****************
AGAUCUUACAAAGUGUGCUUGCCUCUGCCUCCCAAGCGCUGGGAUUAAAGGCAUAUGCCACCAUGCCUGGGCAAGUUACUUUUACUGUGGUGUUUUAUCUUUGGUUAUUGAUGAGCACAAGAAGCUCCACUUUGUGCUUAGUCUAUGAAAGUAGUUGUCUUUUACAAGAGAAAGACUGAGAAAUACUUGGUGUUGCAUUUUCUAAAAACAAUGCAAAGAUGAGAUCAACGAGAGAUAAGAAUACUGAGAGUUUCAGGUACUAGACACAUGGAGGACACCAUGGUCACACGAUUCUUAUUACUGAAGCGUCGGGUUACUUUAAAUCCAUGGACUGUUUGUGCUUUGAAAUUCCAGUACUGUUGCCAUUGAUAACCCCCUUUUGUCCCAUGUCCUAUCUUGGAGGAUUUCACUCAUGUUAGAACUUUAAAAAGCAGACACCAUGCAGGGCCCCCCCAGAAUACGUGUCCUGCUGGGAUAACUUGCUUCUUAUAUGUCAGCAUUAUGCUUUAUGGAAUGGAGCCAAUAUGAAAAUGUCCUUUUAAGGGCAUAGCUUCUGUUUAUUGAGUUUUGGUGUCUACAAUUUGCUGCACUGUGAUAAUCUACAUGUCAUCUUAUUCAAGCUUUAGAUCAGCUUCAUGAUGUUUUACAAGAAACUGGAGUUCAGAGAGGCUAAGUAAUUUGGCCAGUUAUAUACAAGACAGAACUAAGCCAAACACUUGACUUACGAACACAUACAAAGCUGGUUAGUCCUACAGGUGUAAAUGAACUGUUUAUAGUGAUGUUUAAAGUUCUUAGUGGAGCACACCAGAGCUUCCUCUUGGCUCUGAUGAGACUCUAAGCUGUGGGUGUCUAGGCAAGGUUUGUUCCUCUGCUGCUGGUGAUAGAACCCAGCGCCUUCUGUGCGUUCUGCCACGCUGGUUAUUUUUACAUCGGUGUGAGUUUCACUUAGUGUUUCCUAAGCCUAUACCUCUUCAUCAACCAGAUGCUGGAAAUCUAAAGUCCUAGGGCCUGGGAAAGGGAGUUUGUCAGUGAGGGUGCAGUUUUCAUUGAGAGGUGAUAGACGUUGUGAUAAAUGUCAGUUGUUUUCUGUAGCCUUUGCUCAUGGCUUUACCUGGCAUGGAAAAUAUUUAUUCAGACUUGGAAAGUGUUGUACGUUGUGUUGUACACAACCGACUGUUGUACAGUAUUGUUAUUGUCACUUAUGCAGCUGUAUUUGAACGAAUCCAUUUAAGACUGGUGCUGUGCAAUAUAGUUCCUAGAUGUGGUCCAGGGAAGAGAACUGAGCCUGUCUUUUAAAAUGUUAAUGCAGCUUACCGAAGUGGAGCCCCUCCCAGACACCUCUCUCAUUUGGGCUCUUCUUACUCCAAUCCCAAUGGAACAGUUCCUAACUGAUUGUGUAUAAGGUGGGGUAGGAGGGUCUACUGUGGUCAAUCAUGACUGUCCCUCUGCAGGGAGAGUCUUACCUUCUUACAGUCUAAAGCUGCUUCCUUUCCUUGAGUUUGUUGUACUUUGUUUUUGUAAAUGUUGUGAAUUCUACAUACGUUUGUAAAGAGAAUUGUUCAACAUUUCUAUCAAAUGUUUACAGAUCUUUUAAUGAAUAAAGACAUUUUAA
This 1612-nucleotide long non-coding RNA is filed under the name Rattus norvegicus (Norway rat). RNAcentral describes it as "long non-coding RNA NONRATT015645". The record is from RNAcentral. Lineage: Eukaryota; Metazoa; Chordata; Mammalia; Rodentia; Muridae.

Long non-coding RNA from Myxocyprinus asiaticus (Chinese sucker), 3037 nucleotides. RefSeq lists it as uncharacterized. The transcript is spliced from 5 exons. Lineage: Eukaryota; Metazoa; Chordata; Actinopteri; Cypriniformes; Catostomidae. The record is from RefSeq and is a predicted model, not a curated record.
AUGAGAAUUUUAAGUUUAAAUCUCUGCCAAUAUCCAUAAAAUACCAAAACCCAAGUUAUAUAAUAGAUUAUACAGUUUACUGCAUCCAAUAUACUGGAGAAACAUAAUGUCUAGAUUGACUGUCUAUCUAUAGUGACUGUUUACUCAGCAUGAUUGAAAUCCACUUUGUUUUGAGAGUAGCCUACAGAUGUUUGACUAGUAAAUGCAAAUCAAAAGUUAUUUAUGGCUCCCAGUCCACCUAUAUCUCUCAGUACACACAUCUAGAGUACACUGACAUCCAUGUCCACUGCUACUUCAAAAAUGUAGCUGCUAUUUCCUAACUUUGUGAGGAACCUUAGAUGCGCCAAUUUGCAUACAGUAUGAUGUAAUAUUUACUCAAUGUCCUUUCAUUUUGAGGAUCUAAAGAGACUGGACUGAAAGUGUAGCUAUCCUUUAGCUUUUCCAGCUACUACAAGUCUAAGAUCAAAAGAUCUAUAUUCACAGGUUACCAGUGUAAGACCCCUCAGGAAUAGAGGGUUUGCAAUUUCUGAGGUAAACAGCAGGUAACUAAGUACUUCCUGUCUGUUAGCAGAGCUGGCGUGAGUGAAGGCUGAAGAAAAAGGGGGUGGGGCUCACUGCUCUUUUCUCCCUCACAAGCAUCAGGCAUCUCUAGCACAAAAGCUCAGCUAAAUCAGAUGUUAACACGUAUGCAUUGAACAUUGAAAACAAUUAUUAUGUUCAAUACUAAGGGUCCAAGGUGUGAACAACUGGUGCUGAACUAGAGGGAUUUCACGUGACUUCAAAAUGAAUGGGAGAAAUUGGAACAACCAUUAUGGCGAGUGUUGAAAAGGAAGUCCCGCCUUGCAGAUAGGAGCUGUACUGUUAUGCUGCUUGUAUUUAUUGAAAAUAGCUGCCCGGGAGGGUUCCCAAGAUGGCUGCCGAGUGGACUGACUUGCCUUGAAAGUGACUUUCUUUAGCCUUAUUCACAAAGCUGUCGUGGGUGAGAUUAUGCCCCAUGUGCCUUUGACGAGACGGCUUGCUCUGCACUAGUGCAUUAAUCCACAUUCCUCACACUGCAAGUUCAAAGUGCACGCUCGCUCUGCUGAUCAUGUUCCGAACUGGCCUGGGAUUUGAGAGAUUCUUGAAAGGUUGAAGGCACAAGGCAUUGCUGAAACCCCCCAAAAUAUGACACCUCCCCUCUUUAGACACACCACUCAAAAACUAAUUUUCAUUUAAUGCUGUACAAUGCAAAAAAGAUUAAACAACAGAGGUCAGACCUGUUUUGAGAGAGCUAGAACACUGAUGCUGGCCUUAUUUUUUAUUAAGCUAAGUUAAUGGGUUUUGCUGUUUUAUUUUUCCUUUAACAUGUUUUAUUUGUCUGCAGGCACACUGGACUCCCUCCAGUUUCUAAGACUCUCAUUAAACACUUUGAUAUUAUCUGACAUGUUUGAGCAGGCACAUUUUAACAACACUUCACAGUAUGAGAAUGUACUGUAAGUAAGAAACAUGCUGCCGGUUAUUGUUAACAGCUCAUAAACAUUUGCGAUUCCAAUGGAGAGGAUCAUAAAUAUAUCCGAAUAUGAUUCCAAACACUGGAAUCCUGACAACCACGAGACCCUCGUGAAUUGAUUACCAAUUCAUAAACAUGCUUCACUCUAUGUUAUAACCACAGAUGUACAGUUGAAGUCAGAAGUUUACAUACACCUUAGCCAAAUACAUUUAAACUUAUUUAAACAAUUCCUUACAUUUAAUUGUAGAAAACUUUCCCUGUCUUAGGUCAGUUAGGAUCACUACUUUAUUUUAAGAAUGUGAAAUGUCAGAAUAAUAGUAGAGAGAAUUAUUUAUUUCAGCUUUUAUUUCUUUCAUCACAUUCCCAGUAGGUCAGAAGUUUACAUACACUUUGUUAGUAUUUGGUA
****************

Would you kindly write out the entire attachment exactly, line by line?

AGAUCUUACAAAGUGUGCUUGCCUCUGCCUCCCAAGCGCUGGGAUUAAAGGCAUAUGCCACCAUGCCUGGGCAAGUUACUUUUACUGUGGUGUUUUAUCUUUGGUUAUUGAUGAGCACAAGAAGCUCCACUUUGUGCUUAGUCUAUGAAAGUAGUUGUCUUUUACAAGAGAAAGACUGAGAAAUACUUGGUGUUGCAUUUUCUAAAAACAAUGCAAAGAUGAGAUCAACGAGAGAUAAGAAUACUGAGAGUUUCAGGUACUAGACACAUGGAGGACACCAUGGUCACACGAUUCUUAUUACUGAAGCGUCGGGUUACUUUAAAUCCAUGGACUGUUUGUGCUUUGAAAUUCCAGUACUGUUGCCAUUGAUAACCCCCUUUUGUCCCAUGUCCUAUCUUGGAGGAUUUCACUCAUGUUAGAACUUUAAAAAGCAGACACCAUGCAGGGCCCCCCCAGAAUACGUGUCCUGCUGGGAUAACUUGCUUCUUAUAUGUCAGCAUUAUGCUUUAUGGAAUGGAGCCAAUAUGAAAAUGUCCUUUUAAGGGCAUAGCUUCUGUUUAUUGAGUUUUGGUGUCUACAAUUUGCUGCACUGUGAUAAUCUACAUGUCAUCUUAUUCAAGCUUUAGAUCAGCUUCAUGAUGUUUUACAAGAAACUGGAGUUCAGAGAGGCUAAGUAAUUUGGCCAGUUAUAUACAAGACAGAACUAAGCCAAACACUUGACUUACGAACACAUACAAAGCUGGUUAGUCCUACAGGUGUAAAUGAACUGUUUAUAGUGAUGUUUAAAGUUCUUAGUGGAGCACACCAGAGCUUCCUCUUGGCUCUGAUGAGACUCUAAGCUGUGGGUGUCUAGGCAAGGUUUGUUCCUCUGCUGCUGGUGAUAGAACCCAGCGCCUUCUGUGCGUUCUGCCACGCUGGUUAUUUUUACAUCGGUGUGAGUUUCACUUAGUGUUUCCUAAGCCUAUACCUCUUCAUCAACCAGAUGCUGGAAAUCUAAAGUCCUAGGGCCUGGGAAAGGGAGUUUGUCAGUGAGGGUGCAGUUUUCAUUGAGAGGUGAUAGACGUUGUGAUAAAUGUCAGUUGUUUUCUGUAGCCUUUGCUCAUGGCUUUACCUGGCAUGGAAAAUAUUUAUUCAGACUUGGAAAGUGUUGUACGUUGUGUUGUACACAACCGACUGUUGUACAGUAUUGUUAUUGUCACUUAUGCAGCUGUAUUUGAACGAAUCCAUUUAAGACUGGUGCUGUGCAAUAUAGUUCCUAGAUGUGGUCCAGGGAAGAGAACUGAGCCUGUCUUUUAAAAUGUUAAUGCAGCUUACCGAAGUGGAGCCCCUCCCAGACACCUCUCUCAUUUGGGCUCUUCUUACUCCAAUCCCAAUGGAACAGUUCCUAACUGAUUGUGUAUAAGGUGGGGUAGGAGGGUCUACUGUGGUCAAUCAUGACUGUCCCUCUGCAGGGAGAGUCUUACCUUCUUACAGUCUAAAGCUGCUUCCUUUCCUUGAGUUUGUUGUACUUUGUUUUUGUAAAUGUUGUGAAUUCUACAUACGUUUGUAAAGAGAAUUGUUCAACAUUUCUAUCAAAUGUUUACAGAUCUUUUAAUGAAUAAAGACAUUUUAA
This 1612-nucleotide long non-coding RNA is filed under the name Rattus norvegicus (Norway rat). RNAcentral describes it as "long non-coding RNA NONRATT015645". The record is from RNAcentral. Lineage: Eukaryota; Metazoa; Chordata; Mammalia; Rodentia; Muridae.

Long non-coding RNA from Myxocyprinus asiaticus (Chinese sucker), 3037 nucleotides. RefSeq lists it as uncharacterized. The transcript is spliced from 5 exons. Lineage: Eukaryota; Metazoa; Chordata; Actinopteri; Cypriniformes; Catostomidae. The record is from RefSeq and is a predicted model, not a curated record.
AUGAGAAUUUUAAGUUUAAAUCUCUGCCAAUAUCCAUAAAAUACCAAAACCCAAGUUAUAUAAUAGAUUAUACAGUUUACUGCAUCCAAUAUACUGGAGAAACAUAAUGUCUAGAUUGACUGUCUAUCUAUAGUGACUGUUUACUCAGCAUGAUUGAAAUCCACUUUGUUUUGAGAGUAGCCUACAGAUGUUUGACUAGUAAAUGCAAAUCAAAAGUUAUUUAUGGCUCCCAGUCCACCUAUAUCUCUCAGUACACACAUCUAGAGUACACUGACAUCCAUGUCCACUGCUACUUCAAAAAUGUAGCUGCUAUUUCCUAACUUUGUGAGGAACCUUAGAUGCGCCAAUUUGCAUACAGUAUGAUGUAAUAUUUACUCAAUGUCCUUUCAUUUUGAGGAUCUAAAGAGACUGGACUGAAAGUGUAGCUAUCCUUUAGCUUUUCCAGCUACUACAAGUCUAAGAUCAAAAGAUCUAUAUUCACAGGUUACCAGUGUAAGACCCCUCAGGAAUAGAGGGUUUGCAAUUUCUGAGGUAAACAGCAGGUAACUAAGUACUUCCUGUCUGUUAGCAGAGCUGGCGUGAGUGAAGGCUGAAGAAAAAGGGGGUGGGGCUCACUGCUCUUUUCUCCCUCACAAGCAUCAGGCAUCUCUAGCACAAAAGCUCAGCUAAAUCAGAUGUUAACACGUAUGCAUUGAACAUUGAAAACAAUUAUUAUGUUCAAUACUAAGGGUCCAAGGUGUGAACAACUGGUGCUGAACUAGAGGGAUUUCACGUGACUUCAAAAUGAAUGGGAGAAAUUGGAACAACCAUUAUGGCGAGUGUUGAAAAGGAAGUCCCGCCUUGCAGAUAGGAGCUGUACUGUUAUGCUGCUUGUAUUUAUUGAAAAUAGCUGCCCGGGAGGGUUCCCAAGAUGGCUGCCGAGUGGACUGACUUGCCUUGAAAGUGACUUUCUUUAGCCUUAUUCACAAAGCUGUCGUGGGUGAGAUUAUGCCCCAUGUGCCUUUGACGAGACGGCUUGCUCUGCACUAGUGCAUUAAUCCACAUUCCUCACACUGCAAGUUCAAAGUGCACGCUCGCUCUGCUGAUCAUGUUCCGAACUGGCCUGGGAUUUGAGAGAUUCUUGAAAGGUUGAAGGCACAAGGCAUUGCUGAAACCCCCCAAAAUAUGACACCUCCCCUCUUUAGACACACCACUCAAAAACUAAUUUUCAUUUAAUGCUGUACAAUGCAAAAAAGAUUAAACAACAGAGGUCAGACCUGUUUUGAGAGAGCUAGAACACUGAUGCUGGCCUUAUUUUUUAUUAAGCUAAGUUAAUGGGUUUUGCUGUUUUAUUUUUCCUUUAACAUGUUUUAUUUGUCUGCAGGCACACUGGACUCCCUCCAGUUUCUAAGACUCUCAUUAAACACUUUGAUAUUAUCUGACAUGUUUGAGCAGGCACAUUUUAACAACACUUCACAGUAUGAGAAUGUACUGUAAGUAAGAAACAUGCUGCCGGUUAUUGUUAACAGCUCAUAAACAUUUGCGAUUCCAAUGGAGAGGAUCAUAAAUAUAUCCGAAUAUGAUUCCAAACACUGGAAUCCUGACAACCACGAGACCCUCGUGAAUUGAUUACCAAUUCAUAAACAUGCUUCACUCUAUGUUAUAACCACAGAUGUACAGUUGAAGUCAGAAGUUUACAUACACCUUAGCCAAAUACAUUUAAACUUAUUUAAACAAUUCCUUACAUUUAAUUGUAGAAAACUUUCCCUGUCUUAGGUCAGUUAGGAUCACUACUUUAUUUUAAGAAUGUGAAAUGUCAGAAUAAUAGUAGAGAGAAUUAUUUAUUUCAGCUUUUAUUUCUUUCAUCACAUUCCCAGUAGGUCAGAAGUUUACAUACACUUUGUUAGUAUUUGGUA